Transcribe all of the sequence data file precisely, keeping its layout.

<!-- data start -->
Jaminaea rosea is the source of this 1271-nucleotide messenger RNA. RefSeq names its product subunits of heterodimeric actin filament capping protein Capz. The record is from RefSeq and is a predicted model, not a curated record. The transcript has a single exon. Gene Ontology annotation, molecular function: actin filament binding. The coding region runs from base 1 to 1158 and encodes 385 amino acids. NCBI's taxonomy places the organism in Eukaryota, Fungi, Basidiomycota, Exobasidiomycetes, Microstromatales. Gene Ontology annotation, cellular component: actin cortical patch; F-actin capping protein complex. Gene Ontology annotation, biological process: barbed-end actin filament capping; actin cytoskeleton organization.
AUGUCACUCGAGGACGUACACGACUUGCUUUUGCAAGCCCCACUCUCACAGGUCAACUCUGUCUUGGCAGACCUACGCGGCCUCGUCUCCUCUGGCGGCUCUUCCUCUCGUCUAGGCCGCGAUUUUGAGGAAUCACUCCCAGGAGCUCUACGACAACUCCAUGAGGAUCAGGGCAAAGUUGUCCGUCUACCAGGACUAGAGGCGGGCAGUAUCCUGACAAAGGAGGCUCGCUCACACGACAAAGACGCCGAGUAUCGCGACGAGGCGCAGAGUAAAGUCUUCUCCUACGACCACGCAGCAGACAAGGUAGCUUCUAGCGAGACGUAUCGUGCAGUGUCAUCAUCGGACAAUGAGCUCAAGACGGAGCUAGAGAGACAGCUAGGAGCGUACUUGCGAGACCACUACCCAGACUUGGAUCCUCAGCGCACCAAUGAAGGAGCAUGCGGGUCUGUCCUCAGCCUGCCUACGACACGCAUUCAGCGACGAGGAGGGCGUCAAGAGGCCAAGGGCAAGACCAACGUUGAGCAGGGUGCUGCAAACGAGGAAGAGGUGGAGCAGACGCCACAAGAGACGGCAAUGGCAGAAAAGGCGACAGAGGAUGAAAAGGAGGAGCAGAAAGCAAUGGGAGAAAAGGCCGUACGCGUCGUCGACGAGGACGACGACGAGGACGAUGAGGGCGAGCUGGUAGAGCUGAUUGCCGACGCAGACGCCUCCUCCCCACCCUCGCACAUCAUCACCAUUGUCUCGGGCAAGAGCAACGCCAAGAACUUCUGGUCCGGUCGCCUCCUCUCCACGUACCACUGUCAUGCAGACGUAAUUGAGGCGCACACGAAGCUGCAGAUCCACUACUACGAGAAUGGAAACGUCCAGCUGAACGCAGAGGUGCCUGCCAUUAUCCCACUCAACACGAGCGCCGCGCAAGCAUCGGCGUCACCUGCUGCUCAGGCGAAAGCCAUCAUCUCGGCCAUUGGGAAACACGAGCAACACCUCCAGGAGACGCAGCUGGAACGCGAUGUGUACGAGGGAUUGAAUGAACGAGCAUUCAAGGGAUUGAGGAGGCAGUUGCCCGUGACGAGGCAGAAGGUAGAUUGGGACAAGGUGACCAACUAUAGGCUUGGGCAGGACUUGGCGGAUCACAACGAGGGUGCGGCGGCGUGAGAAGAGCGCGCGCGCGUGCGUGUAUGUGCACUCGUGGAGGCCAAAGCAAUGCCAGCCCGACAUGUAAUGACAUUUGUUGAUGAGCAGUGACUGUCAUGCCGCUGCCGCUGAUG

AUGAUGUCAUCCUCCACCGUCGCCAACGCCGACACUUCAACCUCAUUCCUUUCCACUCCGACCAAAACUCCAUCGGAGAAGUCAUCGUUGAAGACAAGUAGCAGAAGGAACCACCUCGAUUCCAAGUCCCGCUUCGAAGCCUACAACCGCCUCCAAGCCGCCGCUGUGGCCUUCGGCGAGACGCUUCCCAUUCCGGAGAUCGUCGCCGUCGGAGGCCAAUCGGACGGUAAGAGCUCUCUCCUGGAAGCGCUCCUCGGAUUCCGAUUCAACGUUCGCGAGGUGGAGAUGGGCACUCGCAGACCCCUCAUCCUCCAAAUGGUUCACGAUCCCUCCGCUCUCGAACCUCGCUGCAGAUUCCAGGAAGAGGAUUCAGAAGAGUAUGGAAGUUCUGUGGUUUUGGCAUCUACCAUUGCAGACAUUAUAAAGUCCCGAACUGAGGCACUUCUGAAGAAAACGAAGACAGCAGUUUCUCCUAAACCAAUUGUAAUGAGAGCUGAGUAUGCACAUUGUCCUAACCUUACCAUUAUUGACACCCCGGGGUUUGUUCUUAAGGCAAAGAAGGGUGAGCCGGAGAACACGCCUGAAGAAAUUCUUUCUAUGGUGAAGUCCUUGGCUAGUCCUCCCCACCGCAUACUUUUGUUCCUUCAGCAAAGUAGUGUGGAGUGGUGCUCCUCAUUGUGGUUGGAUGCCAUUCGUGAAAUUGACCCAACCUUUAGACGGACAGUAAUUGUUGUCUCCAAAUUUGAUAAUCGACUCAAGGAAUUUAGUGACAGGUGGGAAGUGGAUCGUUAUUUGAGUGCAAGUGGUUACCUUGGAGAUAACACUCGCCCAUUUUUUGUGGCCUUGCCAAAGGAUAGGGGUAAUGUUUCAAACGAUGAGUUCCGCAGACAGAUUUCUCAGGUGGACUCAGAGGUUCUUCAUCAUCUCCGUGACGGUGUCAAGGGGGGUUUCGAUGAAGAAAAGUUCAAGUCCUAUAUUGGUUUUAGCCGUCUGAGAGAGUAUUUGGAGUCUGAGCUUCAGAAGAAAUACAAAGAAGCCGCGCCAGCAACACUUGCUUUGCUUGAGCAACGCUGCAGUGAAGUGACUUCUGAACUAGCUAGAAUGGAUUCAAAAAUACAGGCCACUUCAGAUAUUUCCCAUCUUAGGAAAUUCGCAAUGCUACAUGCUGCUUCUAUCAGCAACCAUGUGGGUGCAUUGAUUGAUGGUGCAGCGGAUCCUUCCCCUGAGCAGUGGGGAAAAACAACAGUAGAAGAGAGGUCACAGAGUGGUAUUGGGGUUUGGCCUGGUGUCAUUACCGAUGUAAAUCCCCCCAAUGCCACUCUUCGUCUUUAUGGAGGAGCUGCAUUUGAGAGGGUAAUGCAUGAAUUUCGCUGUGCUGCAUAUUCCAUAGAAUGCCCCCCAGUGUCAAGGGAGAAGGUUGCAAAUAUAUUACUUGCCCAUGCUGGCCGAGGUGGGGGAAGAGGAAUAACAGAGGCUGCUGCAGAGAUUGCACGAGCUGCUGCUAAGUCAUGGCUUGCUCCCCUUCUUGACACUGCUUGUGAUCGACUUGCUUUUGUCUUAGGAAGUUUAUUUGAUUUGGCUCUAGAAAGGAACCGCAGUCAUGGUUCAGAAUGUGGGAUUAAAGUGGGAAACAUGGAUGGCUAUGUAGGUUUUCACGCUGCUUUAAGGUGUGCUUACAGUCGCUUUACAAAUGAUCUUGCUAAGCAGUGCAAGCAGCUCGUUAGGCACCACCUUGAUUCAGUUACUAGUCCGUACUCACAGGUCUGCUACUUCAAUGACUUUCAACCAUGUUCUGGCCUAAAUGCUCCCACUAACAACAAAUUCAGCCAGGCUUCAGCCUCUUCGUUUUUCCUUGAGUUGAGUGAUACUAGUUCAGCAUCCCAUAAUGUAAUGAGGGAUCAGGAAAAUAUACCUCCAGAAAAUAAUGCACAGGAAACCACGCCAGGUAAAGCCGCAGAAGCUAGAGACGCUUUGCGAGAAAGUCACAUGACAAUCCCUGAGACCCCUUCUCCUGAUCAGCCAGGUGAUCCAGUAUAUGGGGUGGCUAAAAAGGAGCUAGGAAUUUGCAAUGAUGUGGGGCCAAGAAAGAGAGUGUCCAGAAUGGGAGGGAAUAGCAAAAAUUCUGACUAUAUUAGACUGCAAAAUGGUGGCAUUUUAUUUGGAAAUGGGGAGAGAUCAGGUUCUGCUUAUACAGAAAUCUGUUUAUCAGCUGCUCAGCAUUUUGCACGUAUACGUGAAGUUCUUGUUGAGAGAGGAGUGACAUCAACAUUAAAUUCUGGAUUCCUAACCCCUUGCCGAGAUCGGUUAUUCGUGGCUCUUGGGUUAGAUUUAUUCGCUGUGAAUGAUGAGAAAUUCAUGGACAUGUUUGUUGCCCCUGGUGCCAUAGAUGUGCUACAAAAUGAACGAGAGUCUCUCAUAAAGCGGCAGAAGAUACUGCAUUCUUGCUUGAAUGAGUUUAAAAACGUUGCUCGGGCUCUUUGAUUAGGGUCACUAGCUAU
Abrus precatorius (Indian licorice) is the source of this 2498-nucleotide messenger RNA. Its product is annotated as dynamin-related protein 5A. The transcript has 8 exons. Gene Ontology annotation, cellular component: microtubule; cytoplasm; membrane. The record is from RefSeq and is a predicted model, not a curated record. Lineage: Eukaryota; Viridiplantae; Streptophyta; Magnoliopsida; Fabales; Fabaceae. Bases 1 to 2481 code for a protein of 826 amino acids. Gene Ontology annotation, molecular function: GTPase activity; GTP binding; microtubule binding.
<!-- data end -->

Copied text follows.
Jaminaea rosea is the source of this 1271-nucleotide messenger RNA. RefSeq names its product subunits of heterodimeric actin filament capping protein Capz. The record is from RefSeq and is a predicted model, not a curated record. The transcript has a single exon. Gene Ontology annotation, molecular function: actin filament binding. The coding region runs from base 1 to 1158 and encodes 385 amino acids. NCBI's taxonomy places the organism in Eukaryota, Fungi, Basidiomycota, Exobasidiomycetes, Microstromatales. Gene Ontology annotation, cellular component: actin cortical patch; F-actin capping protein complex. Gene Ontology annotation, biological process: barbed-end actin filament capping; actin cytoskeleton organization.
AUGUCACUCGAGGACGUACACGACUUGCUUUUGCAAGCCCCACUCUCACAGGUCAACUCUGUCUUGGCAGACCUACGCGGCCUCGUCUCCUCUGGCGGCUCUUCCUCUCGUCUAGGCCGCGAUUUUGAGGAAUCACUCCCAGGAGCUCUACGACAACUCCAUGAGGAUCAGGGCAAAGUUGUCCGUCUACCAGGACUAGAGGCGGGCAGUAUCCUGACAAAGGAGGCUCGCUCACACGACAAAGACGCCGAGUAUCGCGACGAGGCGCAGAGUAAAGUCUUCUCCUACGACCACGCAGCAGACAAGGUAGCUUCUAGCGAGACGUAUCGUGCAGUGUCAUCAUCGGACAAUGAGCUCAAGACGGAGCUAGAGAGACAGCUAGGAGCGUACUUGCGAGACCACUACCCAGACUUGGAUCCUCAGCGCACCAAUGAAGGAGCAUGCGGGUCUGUCCUCAGCCUGCCUACGACACGCAUUCAGCGACGAGGAGGGCGUCAAGAGGCCAAGGGCAAGACCAACGUUGAGCAGGGUGCUGCAAACGAGGAAGAGGUGGAGCAGACGCCACAAGAGACGGCAAUGGCAGAAAAGGCGACAGAGGAUGAAAAGGAGGAGCAGAAAGCAAUGGGAGAAAAGGCCGUACGCGUCGUCGACGAGGACGACGACGAGGACGAUGAGGGCGAGCUGGUAGAGCUGAUUGCCGACGCAGACGCCUCCUCCCCACCCUCGCACAUCAUCACCAUUGUCUCGGGCAAGAGCAACGCCAAGAACUUCUGGUCCGGUCGCCUCCUCUCCACGUACCACUGUCAUGCAGACGUAAUUGAGGCGCACACGAAGCUGCAGAUCCACUACUACGAGAAUGGAAACGUCCAGCUGAACGCAGAGGUGCCUGCCAUUAUCCCACUCAACACGAGCGCCGCGCAAGCAUCGGCGUCACCUGCUGCUCAGGCGAAAGCCAUCAUCUCGGCCAUUGGGAAACACGAGCAACACCUCCAGGAGACGCAGCUGGAACGCGAUGUGUACGAGGGAUUGAAUGAACGAGCAUUCAAGGGAUUGAGGAGGCAGUUGCCCGUGACGAGGCAGAAGGUAGAUUGGGACAAGGUGACCAACUAUAGGCUUGGGCAGGACUUGGCGGAUCACAACGAGGGUGCGGCGGCGUGAGAAGAGCGCGCGCGCGUGCGUGUAUGUGCACUCGUGGAGGCCAAAGCAAUGCCAGCCCGACAUGUAAUGACAUUUGUUGAUGAGCAGUGACUGUCAUGCCGCUGCCGCUGAUG

AUGAUGUCAUCCUCCACCGUCGCCAACGCCGACACUUCAACCUCAUUCCUUUCCACUCCGACCAAAACUCCAUCGGAGAAGUCAUCGUUGAAGACAAGUAGCAGAAGGAACCACCUCGAUUCCAAGUCCCGCUUCGAAGCCUACAACCGCCUCCAAGCCGCCGCUGUGGCCUUCGGCGAGACGCUUCCCAUUCCGGAGAUCGUCGCCGUCGGAGGCCAAUCGGACGGUAAGAGCUCUCUCCUGGAAGCGCUCCUCGGAUUCCGAUUCAACGUUCGCGAGGUGGAGAUGGGCACUCGCAGACCCCUCAUCCUCCAAAUGGUUCACGAUCCCUCCGCUCUCGAACCUCGCUGCAGAUUCCAGGAAGAGGAUUCAGAAGAGUAUGGAAGUUCUGUGGUUUUGGCAUCUACCAUUGCAGACAUUAUAAAGUCCCGAACUGAGGCACUUCUGAAGAAAACGAAGACAGCAGUUUCUCCUAAACCAAUUGUAAUGAGAGCUGAGUAUGCACAUUGUCCUAACCUUACCAUUAUUGACACCCCGGGGUUUGUUCUUAAGGCAAAGAAGGGUGAGCCGGAGAACACGCCUGAAGAAAUUCUUUCUAUGGUGAAGUCCUUGGCUAGUCCUCCCCACCGCAUACUUUUGUUCCUUCAGCAAAGUAGUGUGGAGUGGUGCUCCUCAUUGUGGUUGGAUGCCAUUCGUGAAAUUGACCCAACCUUUAGACGGACAGUAAUUGUUGUCUCCAAAUUUGAUAAUCGACUCAAGGAAUUUAGUGACAGGUGGGAAGUGGAUCGUUAUUUGAGUGCAAGUGGUUACCUUGGAGAUAACACUCGCCCAUUUUUUGUGGCCUUGCCAAAGGAUAGGGGUAAUGUUUCAAACGAUGAGUUCCGCAGACAGAUUUCUCAGGUGGACUCAGAGGUUCUUCAUCAUCUCCGUGACGGUGUCAAGGGGGGUUUCGAUGAAGAAAAGUUCAAGUCCUAUAUUGGUUUUAGCCGUCUGAGAGAGUAUUUGGAGUCUGAGCUUCAGAAGAAAUACAAAGAAGCCGCGCCAGCAACACUUGCUUUGCUUGAGCAACGCUGCAGUGAAGUGACUUCUGAACUAGCUAGAAUGGAUUCAAAAAUACAGGCCACUUCAGAUAUUUCCCAUCUUAGGAAAUUCGCAAUGCUACAUGCUGCUUCUAUCAGCAACCAUGUGGGUGCAUUGAUUGAUGGUGCAGCGGAUCCUUCCCCUGAGCAGUGGGGAAAAACAACAGUAGAAGAGAGGUCACAGAGUGGUAUUGGGGUUUGGCCUGGUGUCAUUACCGAUGUAAAUCCCCCCAAUGCCACUCUUCGUCUUUAUGGAGGAGCUGCAUUUGAGAGGGUAAUGCAUGAAUUUCGCUGUGCUGCAUAUUCCAUAGAAUGCCCCCCAGUGUCAAGGGAGAAGGUUGCAAAUAUAUUACUUGCCCAUGCUGGCCGAGGUGGGGGAAGAGGAAUAACAGAGGCUGCUGCAGAGAUUGCACGAGCUGCUGCUAAGUCAUGGCUUGCUCCCCUUCUUGACACUGCUUGUGAUCGACUUGCUUUUGUCUUAGGAAGUUUAUUUGAUUUGGCUCUAGAAAGGAACCGCAGUCAUGGUUCAGAAUGUGGGAUUAAAGUGGGAAACAUGGAUGGCUAUGUAGGUUUUCACGCUGCUUUAAGGUGUGCUUACAGUCGCUUUACAAAUGAUCUUGCUAAGCAGUGCAAGCAGCUCGUUAGGCACCACCUUGAUUCAGUUACUAGUCCGUACUCACAGGUCUGCUACUUCAAUGACUUUCAACCAUGUUCUGGCCUAAAUGCUCCCACUAACAACAAAUUCAGCCAGGCUUCAGCCUCUUCGUUUUUCCUUGAGUUGAGUGAUACUAGUUCAGCAUCCCAUAAUGUAAUGAGGGAUCAGGAAAAUAUACCUCCAGAAAAUAAUGCACAGGAAACCACGCCAGGUAAAGCCGCAGAAGCUAGAGACGCUUUGCGAGAAAGUCACAUGACAAUCCCUGAGACCCCUUCUCCUGAUCAGCCAGGUGAUCCAGUAUAUGGGGUGGCUAAAAAGGAGCUAGGAAUUUGCAAUGAUGUGGGGCCAAGAAAGAGAGUGUCCAGAAUGGGAGGGAAUAGCAAAAAUUCUGACUAUAUUAGACUGCAAAAUGGUGGCAUUUUAUUUGGAAAUGGGGAGAGAUCAGGUUCUGCUUAUACAGAAAUCUGUUUAUCAGCUGCUCAGCAUUUUGCACGUAUACGUGAAGUUCUUGUUGAGAGAGGAGUGACAUCAACAUUAAAUUCUGGAUUCCUAACCCCUUGCCGAGAUCGGUUAUUCGUGGCUCUUGGGUUAGAUUUAUUCGCUGUGAAUGAUGAGAAAUUCAUGGACAUGUUUGUUGCCCCUGGUGCCAUAGAUGUGCUACAAAAUGAACGAGAGUCUCUCAUAAAGCGGCAGAAGAUACUGCAUUCUUGCUUGAAUGAGUUUAAAAACGUUGCUCGGGCUCUUUGAUUAGGGUCACUAGCUAU
Abrus precatorius (Indian licorice) is the source of this 2498-nucleotide messenger RNA. Its product is annotated as dynamin-related protein 5A. The transcript has 8 exons. Gene Ontology annotation, cellular component: microtubule; cytoplasm; membrane. The record is from RefSeq and is a predicted model, not a curated record. Lineage: Eukaryota; Viridiplantae; Streptophyta; Magnoliopsida; Fabales; Fabaceae. Bases 1 to 2481 code for a protein of 826 amino acids. Gene Ontology annotation, molecular function: GTPase activity; GTP binding; microtubule binding.